authorization ATPS record.   Does it work for all, no.  But it works 
for many and its been in production since 2012.

The DMARC or DKIM Policy protocol payoff does not come from positive 
passed results but rather with failed results because the protocol 
raises the bar by authorizing the receiver to reject or discard or 
quarantine a.k.a filter a message for the sake of the end-user.

Side note: There are four states for mail transport:

- Reject (SMTP does not accept it).
- Accept (user sees it in inbox, may be filtered with other things)
- Accept & Discard (lost to the user)
- Accept & quarantine (move to spam box, outside the main inbox stream)

The p= policy not only should keep quarantine, it should add p=discard

Unfortunately, a key moment came, in RFC5016, section 5. item 10, when 
the beginning of this long 14+ year "fight" with Mailing list 
administrators started, imo.  This was when all the heart aches became 
to occur, the major disagreements between Policy Advocates and Trust 

Read it carefully. Its about local policy (duh), but this last minute 
item provision altered the future of DKIM POLICY. Every since then, we 
had his long debate of DKIM-POLICY Model vs Mailing List Systems.  It 
basically lead to this protocol conclusion:

DKIM POLICY does not work for Mailing List unless the Mailing List 
Server vendors supports and honors the DKIM POLICY model - period. If 
it does not, it will have trouble integrating into a new DKIM with 
optional restrictive policies world.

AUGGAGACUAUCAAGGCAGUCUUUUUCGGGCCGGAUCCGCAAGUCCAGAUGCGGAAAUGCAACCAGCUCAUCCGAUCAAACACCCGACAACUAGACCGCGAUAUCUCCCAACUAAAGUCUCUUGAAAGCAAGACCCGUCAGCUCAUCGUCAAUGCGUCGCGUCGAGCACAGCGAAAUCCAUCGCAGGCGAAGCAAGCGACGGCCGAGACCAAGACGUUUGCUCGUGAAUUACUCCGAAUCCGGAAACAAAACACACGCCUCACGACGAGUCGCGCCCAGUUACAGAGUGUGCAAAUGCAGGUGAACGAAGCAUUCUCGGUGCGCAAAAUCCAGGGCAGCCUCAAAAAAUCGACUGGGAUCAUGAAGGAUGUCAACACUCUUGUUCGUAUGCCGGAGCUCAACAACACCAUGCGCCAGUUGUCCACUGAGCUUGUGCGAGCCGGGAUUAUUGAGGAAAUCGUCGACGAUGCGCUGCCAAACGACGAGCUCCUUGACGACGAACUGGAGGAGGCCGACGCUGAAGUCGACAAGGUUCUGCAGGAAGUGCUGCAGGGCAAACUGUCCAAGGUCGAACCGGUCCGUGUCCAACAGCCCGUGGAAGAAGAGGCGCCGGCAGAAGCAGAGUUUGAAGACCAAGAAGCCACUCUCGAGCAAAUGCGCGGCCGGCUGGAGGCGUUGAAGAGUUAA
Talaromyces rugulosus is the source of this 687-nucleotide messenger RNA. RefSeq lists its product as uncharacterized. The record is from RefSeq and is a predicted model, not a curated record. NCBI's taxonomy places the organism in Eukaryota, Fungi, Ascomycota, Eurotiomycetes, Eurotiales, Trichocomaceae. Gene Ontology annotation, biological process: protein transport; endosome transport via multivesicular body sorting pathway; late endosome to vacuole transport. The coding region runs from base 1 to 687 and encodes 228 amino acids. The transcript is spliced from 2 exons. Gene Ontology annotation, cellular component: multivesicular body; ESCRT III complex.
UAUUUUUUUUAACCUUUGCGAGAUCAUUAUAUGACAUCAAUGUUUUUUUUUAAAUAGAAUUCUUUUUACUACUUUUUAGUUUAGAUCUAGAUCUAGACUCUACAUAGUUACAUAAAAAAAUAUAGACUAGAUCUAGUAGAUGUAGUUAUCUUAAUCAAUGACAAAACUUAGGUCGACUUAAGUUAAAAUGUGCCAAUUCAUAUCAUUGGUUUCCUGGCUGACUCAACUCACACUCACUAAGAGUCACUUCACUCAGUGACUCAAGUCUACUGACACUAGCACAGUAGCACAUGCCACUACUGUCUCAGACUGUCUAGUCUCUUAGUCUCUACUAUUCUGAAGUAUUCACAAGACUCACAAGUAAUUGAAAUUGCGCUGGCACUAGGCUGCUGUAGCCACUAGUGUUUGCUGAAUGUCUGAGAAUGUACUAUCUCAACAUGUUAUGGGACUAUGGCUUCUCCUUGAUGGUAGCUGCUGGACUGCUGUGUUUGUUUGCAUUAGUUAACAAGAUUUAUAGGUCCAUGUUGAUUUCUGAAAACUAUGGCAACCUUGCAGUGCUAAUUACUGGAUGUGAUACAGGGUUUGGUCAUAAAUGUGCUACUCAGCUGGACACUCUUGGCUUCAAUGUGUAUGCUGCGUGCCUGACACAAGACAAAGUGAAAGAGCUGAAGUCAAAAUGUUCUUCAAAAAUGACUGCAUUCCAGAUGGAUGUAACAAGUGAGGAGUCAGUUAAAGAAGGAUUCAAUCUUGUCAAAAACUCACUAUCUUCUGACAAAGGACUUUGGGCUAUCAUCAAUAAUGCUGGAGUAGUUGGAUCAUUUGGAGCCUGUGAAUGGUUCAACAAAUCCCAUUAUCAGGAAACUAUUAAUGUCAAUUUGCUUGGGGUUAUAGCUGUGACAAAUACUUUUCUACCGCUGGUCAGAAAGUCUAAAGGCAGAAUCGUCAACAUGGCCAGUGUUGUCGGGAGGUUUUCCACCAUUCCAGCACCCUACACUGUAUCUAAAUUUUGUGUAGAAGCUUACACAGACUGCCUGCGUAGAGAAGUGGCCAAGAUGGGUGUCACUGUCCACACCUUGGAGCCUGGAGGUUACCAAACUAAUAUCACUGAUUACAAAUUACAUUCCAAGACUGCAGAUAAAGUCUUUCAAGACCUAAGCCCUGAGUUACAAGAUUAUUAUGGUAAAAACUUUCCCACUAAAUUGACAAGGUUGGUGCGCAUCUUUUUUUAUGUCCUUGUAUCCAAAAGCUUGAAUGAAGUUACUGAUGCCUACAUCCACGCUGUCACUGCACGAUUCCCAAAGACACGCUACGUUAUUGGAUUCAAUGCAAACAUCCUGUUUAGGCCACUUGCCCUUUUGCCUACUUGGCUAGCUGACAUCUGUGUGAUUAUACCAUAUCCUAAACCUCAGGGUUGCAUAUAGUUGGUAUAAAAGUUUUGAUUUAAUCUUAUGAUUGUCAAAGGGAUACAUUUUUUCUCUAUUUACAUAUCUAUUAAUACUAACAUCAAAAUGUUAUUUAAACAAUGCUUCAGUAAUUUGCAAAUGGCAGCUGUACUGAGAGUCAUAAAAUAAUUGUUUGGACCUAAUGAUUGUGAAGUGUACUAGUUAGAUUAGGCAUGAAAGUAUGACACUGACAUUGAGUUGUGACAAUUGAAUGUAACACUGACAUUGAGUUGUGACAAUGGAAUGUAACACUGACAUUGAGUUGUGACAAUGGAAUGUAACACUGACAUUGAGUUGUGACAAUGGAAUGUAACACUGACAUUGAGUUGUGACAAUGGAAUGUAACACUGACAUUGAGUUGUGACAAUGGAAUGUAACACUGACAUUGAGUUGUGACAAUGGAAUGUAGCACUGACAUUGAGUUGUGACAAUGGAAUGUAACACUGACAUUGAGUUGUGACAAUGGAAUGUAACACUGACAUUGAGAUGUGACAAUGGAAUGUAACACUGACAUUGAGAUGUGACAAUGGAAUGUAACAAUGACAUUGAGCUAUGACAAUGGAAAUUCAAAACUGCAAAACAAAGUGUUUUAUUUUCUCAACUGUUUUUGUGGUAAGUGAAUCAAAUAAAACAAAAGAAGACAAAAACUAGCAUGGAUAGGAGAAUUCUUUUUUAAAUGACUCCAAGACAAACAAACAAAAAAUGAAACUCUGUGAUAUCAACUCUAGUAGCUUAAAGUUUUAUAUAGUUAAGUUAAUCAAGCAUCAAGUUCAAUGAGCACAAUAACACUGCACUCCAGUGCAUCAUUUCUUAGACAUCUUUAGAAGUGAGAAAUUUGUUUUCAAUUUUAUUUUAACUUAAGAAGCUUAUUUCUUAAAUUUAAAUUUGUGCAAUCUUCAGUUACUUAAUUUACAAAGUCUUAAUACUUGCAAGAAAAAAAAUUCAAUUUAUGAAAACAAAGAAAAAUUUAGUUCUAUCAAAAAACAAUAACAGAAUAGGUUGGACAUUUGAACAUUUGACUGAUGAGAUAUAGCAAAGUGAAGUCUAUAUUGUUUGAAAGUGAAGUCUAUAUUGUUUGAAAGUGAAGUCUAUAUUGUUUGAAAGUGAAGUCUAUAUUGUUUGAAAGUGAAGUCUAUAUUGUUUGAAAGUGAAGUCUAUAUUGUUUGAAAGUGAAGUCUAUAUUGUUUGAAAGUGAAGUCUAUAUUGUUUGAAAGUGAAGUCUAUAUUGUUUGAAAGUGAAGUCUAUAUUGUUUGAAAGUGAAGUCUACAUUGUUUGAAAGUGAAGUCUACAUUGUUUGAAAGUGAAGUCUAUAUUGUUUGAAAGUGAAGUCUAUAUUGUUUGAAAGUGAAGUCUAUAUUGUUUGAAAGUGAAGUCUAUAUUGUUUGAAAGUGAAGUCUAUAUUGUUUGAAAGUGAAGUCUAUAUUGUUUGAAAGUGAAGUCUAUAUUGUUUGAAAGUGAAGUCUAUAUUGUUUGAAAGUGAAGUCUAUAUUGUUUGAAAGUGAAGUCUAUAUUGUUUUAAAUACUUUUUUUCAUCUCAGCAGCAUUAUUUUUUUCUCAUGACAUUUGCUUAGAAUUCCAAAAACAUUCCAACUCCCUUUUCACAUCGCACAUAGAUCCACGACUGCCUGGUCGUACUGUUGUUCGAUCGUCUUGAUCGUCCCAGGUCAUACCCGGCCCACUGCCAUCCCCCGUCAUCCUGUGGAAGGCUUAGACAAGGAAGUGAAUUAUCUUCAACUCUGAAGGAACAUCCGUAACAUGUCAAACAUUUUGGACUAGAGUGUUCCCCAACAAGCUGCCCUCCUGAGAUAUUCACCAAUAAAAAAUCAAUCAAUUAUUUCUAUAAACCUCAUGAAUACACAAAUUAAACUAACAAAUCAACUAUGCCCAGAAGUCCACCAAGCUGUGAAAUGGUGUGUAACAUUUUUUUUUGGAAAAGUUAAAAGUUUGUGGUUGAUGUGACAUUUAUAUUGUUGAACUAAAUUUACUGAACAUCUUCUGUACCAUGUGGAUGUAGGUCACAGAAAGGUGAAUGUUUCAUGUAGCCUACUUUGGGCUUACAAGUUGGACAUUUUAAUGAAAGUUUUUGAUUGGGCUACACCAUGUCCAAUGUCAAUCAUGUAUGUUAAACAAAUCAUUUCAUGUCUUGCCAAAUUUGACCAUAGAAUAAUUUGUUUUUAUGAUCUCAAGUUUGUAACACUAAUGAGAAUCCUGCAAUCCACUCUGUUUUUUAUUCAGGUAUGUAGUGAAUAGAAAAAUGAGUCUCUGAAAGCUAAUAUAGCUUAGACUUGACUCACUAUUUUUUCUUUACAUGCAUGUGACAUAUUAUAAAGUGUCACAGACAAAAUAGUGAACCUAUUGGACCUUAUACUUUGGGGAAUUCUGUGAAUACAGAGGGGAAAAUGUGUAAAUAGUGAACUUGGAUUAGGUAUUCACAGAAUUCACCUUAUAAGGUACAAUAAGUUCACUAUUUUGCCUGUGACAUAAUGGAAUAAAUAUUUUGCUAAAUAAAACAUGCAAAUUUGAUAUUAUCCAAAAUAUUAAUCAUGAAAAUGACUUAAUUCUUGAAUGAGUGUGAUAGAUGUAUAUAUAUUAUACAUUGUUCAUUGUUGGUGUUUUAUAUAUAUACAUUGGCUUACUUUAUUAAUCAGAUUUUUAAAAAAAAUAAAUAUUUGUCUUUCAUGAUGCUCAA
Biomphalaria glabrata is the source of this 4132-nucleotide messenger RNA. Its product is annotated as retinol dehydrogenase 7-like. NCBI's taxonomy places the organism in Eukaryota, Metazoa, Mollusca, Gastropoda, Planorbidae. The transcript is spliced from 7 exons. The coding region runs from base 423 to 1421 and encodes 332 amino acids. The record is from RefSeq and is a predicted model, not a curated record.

I know of only one commercial List Software vendor,  Wildcat! List 
Server, that supports the DKIM Policy for Restrictive Policies. It 
does not have the issue with in-direct mail submissions. New 
subscribers from restrictive domains are not allowed to subscribe. If 
already a member of the list, list members from restrictive domains 
can not longer post but they can continue to receive a distribution 
(iow, a read only member).

For a long time, we had folks that believed "list servers" were so old 
in their ways they are not obligated to change or adapt to the DKIM 
policy model. I understand that. Wildcat! List Server is one of the 
older systems around.  Yet, the same folks advocated making 
non-standard provision changes to intentionally ignore restrictive 
DKIM Policies, continue distributing changed and unprotected original 
domain mail by destroying the trust of the mail system by altering the 
"READ-ONLY" field 5322.From.

Anyway, thanks for pointing this out. I second your concern. Its not 
pretty what is going on. I hope key folks with the IETF are made aware 
that this is not normal.

I believe we need to recognize the need for augmented DKIM Policy Tag 
extensions that could do the various Product Support Features some 
people are looking for.

I don't like ARC, too much overhead and its not addressing the key 
lack of authorized 3rd party domain concerns, but if GOOGLE wants to 
push this idea, than the ARC Protocol should extend DMARC with "arc=" 
related tags. I am on the fence of whether DMARCbis should mention 
ARC. I don't think so if its an experimental. I don't think we did 
this for a proposed standard to be referencing experimental work.  But 
in any case, maybe the tag "arc=1: means that it promote SPF or DKIM 

In theory when combining ARC to SPF and DKIM, we now have:

     SPF(4)+DKIM(2)+ARC(2) == Final Result(16)

There are 16 combinations for SPF, DKIM and ARC states. Some will 
fold, some will not make sense.

I won't argue the WG decision to add ARC to DMARC in some matter.  But 
don't ram it down our throats.  Allow domains to explore with an 
"ARC=1" tag in their DMARC record, then at some point in the future, 
as we learn more, it can be explored.  But imo, we should not speak of 
a DKIM Policy Protocol as if ARC is a natural part of it.

Thanks for reading.

Hector Santos,